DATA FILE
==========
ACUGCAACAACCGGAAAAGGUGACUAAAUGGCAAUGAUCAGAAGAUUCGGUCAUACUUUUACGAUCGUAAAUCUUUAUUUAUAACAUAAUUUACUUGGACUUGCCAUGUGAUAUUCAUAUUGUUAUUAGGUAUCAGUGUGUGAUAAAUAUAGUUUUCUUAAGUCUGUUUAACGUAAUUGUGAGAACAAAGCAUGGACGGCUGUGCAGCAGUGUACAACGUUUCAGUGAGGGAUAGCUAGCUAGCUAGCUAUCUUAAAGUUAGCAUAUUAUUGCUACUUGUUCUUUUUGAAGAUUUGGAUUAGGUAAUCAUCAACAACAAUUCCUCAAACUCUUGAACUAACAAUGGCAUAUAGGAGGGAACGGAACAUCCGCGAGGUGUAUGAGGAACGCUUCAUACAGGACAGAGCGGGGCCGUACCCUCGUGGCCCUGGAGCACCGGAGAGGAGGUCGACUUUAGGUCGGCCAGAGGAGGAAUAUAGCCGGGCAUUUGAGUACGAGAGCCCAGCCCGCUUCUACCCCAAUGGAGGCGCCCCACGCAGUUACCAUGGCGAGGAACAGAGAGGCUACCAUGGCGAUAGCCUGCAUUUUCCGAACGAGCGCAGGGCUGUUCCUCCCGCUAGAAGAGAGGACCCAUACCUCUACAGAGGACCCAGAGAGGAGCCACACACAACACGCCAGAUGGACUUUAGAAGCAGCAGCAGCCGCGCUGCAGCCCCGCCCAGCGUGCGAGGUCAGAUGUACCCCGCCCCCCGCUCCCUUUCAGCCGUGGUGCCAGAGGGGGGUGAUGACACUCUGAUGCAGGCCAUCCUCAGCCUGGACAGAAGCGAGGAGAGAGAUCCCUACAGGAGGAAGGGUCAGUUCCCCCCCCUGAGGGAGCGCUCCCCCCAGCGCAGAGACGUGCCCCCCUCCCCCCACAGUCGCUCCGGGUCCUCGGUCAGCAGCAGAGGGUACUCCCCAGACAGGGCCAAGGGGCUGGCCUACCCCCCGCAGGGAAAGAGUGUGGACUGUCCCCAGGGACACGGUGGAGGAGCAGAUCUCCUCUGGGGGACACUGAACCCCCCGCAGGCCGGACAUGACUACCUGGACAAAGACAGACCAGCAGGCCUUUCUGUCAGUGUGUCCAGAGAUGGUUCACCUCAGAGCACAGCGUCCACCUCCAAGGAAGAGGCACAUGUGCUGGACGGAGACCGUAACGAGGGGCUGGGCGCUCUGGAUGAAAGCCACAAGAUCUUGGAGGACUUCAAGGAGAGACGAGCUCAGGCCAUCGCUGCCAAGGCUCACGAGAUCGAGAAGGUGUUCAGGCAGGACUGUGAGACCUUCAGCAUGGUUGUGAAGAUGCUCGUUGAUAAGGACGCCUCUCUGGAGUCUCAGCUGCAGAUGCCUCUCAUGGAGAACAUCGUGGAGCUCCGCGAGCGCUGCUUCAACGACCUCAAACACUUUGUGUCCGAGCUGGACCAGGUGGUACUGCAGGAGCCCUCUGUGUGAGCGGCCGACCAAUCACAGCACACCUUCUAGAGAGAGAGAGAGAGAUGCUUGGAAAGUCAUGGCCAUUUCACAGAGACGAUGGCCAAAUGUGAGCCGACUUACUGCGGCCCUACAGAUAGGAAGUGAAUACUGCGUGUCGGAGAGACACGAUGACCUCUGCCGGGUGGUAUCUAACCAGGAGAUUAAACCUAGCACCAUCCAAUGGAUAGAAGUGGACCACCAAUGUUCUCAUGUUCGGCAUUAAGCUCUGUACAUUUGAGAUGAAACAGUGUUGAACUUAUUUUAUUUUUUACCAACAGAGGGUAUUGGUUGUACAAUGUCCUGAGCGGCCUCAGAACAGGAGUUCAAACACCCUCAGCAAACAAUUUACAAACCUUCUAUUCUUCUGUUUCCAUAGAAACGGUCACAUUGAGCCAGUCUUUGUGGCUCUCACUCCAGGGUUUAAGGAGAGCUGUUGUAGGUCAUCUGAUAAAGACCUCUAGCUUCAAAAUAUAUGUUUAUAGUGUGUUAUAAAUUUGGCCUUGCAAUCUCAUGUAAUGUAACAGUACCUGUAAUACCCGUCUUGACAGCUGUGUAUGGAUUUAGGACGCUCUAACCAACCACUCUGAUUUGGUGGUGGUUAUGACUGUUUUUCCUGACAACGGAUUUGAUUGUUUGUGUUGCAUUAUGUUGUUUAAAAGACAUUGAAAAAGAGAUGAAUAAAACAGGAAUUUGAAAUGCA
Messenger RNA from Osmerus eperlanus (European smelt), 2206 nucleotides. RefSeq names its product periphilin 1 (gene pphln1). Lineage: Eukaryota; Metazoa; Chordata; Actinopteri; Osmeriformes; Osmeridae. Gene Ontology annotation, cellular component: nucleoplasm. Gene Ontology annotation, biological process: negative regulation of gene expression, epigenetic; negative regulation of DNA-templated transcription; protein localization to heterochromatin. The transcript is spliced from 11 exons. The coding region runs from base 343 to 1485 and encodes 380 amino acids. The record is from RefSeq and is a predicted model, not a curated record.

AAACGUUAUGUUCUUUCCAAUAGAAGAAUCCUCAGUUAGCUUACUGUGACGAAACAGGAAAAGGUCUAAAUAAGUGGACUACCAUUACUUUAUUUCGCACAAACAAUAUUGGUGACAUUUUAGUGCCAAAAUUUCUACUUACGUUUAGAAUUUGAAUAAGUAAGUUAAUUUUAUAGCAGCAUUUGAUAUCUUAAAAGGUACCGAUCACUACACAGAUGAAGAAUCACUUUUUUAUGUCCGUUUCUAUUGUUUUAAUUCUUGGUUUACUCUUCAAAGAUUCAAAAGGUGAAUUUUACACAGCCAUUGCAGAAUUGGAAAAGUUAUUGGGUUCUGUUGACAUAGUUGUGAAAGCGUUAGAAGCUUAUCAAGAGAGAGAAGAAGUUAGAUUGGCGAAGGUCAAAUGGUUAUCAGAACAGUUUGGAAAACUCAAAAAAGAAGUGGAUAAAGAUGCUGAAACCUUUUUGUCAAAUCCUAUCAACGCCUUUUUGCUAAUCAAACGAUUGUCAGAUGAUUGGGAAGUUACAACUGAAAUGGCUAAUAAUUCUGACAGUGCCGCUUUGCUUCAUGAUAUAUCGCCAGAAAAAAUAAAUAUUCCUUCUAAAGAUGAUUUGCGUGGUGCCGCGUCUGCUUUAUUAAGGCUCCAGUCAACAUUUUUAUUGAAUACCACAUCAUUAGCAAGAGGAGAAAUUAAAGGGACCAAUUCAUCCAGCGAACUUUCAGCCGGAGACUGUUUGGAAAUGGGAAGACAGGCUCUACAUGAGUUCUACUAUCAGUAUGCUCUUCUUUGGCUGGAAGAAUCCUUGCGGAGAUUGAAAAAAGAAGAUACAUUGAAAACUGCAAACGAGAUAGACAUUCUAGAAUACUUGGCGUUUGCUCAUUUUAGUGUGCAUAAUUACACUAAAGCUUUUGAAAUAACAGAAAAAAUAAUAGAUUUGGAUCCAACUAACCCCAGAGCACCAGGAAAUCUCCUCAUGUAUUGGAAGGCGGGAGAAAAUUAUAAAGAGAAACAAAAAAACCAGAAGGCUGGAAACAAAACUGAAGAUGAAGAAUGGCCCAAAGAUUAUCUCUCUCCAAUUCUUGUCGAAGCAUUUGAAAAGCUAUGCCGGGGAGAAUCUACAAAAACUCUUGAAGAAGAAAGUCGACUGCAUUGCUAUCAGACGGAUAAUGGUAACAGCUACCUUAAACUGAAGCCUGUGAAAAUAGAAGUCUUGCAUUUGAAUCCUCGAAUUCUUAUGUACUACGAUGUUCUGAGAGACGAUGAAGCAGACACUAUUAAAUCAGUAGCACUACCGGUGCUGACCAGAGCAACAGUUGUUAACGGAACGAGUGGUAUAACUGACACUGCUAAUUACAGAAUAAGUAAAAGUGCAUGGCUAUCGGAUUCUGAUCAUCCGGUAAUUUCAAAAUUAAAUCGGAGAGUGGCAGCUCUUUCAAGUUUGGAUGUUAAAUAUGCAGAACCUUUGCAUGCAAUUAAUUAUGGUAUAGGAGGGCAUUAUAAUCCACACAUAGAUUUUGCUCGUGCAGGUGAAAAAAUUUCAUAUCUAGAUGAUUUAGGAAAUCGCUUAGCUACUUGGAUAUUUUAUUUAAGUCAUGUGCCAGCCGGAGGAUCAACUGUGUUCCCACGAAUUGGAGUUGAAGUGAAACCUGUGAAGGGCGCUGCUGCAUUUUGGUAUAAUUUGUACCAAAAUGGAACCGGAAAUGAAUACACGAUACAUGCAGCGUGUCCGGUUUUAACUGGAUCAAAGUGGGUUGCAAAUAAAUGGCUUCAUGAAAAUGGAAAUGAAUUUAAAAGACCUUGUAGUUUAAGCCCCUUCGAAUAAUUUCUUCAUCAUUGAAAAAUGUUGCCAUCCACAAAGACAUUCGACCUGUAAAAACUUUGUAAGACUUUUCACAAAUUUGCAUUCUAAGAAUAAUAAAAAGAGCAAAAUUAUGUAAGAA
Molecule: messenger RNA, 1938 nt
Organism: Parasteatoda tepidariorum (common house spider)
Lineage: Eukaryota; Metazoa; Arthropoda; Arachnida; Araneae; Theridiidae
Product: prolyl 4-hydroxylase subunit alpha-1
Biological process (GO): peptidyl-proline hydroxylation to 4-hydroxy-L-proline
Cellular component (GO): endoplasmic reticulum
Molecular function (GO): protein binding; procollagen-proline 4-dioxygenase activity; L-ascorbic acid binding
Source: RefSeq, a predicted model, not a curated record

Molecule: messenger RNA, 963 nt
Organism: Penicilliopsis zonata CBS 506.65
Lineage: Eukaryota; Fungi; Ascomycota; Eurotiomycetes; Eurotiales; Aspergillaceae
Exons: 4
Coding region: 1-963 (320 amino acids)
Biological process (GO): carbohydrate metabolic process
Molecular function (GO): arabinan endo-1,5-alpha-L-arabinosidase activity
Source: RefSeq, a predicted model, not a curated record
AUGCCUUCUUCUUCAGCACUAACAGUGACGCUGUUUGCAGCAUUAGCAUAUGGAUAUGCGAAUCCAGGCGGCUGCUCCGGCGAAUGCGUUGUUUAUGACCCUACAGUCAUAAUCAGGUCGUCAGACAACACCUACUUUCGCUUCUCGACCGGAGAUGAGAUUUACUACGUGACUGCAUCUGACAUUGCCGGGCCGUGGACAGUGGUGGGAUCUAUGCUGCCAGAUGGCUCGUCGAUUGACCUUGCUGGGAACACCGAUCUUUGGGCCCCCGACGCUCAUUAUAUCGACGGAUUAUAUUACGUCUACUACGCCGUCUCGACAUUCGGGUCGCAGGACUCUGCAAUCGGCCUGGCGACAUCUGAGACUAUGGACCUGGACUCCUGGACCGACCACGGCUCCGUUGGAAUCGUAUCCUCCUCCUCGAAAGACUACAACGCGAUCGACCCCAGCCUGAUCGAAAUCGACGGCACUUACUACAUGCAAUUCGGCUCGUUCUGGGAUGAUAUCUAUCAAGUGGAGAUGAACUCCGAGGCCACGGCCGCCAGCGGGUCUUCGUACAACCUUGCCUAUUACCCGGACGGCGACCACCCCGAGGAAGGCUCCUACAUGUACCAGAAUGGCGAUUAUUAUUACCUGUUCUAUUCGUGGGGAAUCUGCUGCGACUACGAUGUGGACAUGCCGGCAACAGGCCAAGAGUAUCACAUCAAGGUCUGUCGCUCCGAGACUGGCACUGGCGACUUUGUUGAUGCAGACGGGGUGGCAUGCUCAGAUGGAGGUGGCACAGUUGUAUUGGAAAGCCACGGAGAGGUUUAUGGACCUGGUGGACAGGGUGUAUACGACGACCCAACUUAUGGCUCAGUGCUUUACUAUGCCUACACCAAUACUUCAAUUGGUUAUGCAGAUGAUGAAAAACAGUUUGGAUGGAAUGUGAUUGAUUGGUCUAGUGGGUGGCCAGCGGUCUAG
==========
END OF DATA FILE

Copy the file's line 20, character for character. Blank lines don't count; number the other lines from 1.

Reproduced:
AUGCCUUCUUCUUCAGCACUAACAGUGACGCUGUUUGCAGCAUUAGCAUAUGGAUAUGCGAAUCCAGGCGGCUGCUCCGGCGAAUGCGUUGUUUAUGACCCUACAGUCAUAAUCAGGUCGUCAGACAACACCUACUUUCGCUUCUCGACCGGAGAUGAGAUUUACUACGUGACUGCAUCUGACAUUGCCGGGCCGUGGACAGUGGUGGGAUCUAUGCUGCCAGAUGGCUCGUCGAUUGACCUUGCUGGGAACACCGAUCUUUGGGCCCCCGACGCUCAUUAUAUCGACGGAUUAUAUUACGUCUACUACGCCGUCUCGACAUUCGGGUCGCAGGACUCUGCAAUCGGCCUGGCGACAUCUGAGACUAUGGACCUGGACUCCUGGACCGACCACGGCUCCGUUGGAAUCGUAUCCUCCUCCUCGAAAGACUACAACGCGAUCGACCCCAGCCUGAUCGAAAUCGACGGCACUUACUACAUGCAAUUCGGCUCGUUCUGGGAUGAUAUCUAUCAAGUGGAGAUGAACUCCGAGGCCACGGCCGCCAGCGGGUCUUCGUACAACCUUGCCUAUUACCCGGACGGCGACCACCCCGAGGAAGGCUCCUACAUGUACCAGAAUGGCGAUUAUUAUUACCUGUUCUAUUCGUGGGGAAUCUGCUGCGACUACGAUGUGGACAUGCCGGCAACAGGCCAAGAGUAUCACAUCAAGGUCUGUCGCUCCGAGACUGGCACUGGCGACUUUGUUGAUGCAGACGGGGUGGCAUGCUCAGAUGGAGGUGGCACAGUUGUAUUGGAAAGCCACGGAGAGGUUUAUGGACCUGGUGGACAGGGUGUAUACGACGACCCAACUUAUGGCUCAGUGCUUUACUAUGCCUACACCAAUACUUCAAUUGGUUAUGCAGAUGAUGAAAAACAGUUUGGAUGGAAUGUGAUUGAUUGGUCUAGUGGGUGGCCAGCGGUCUAG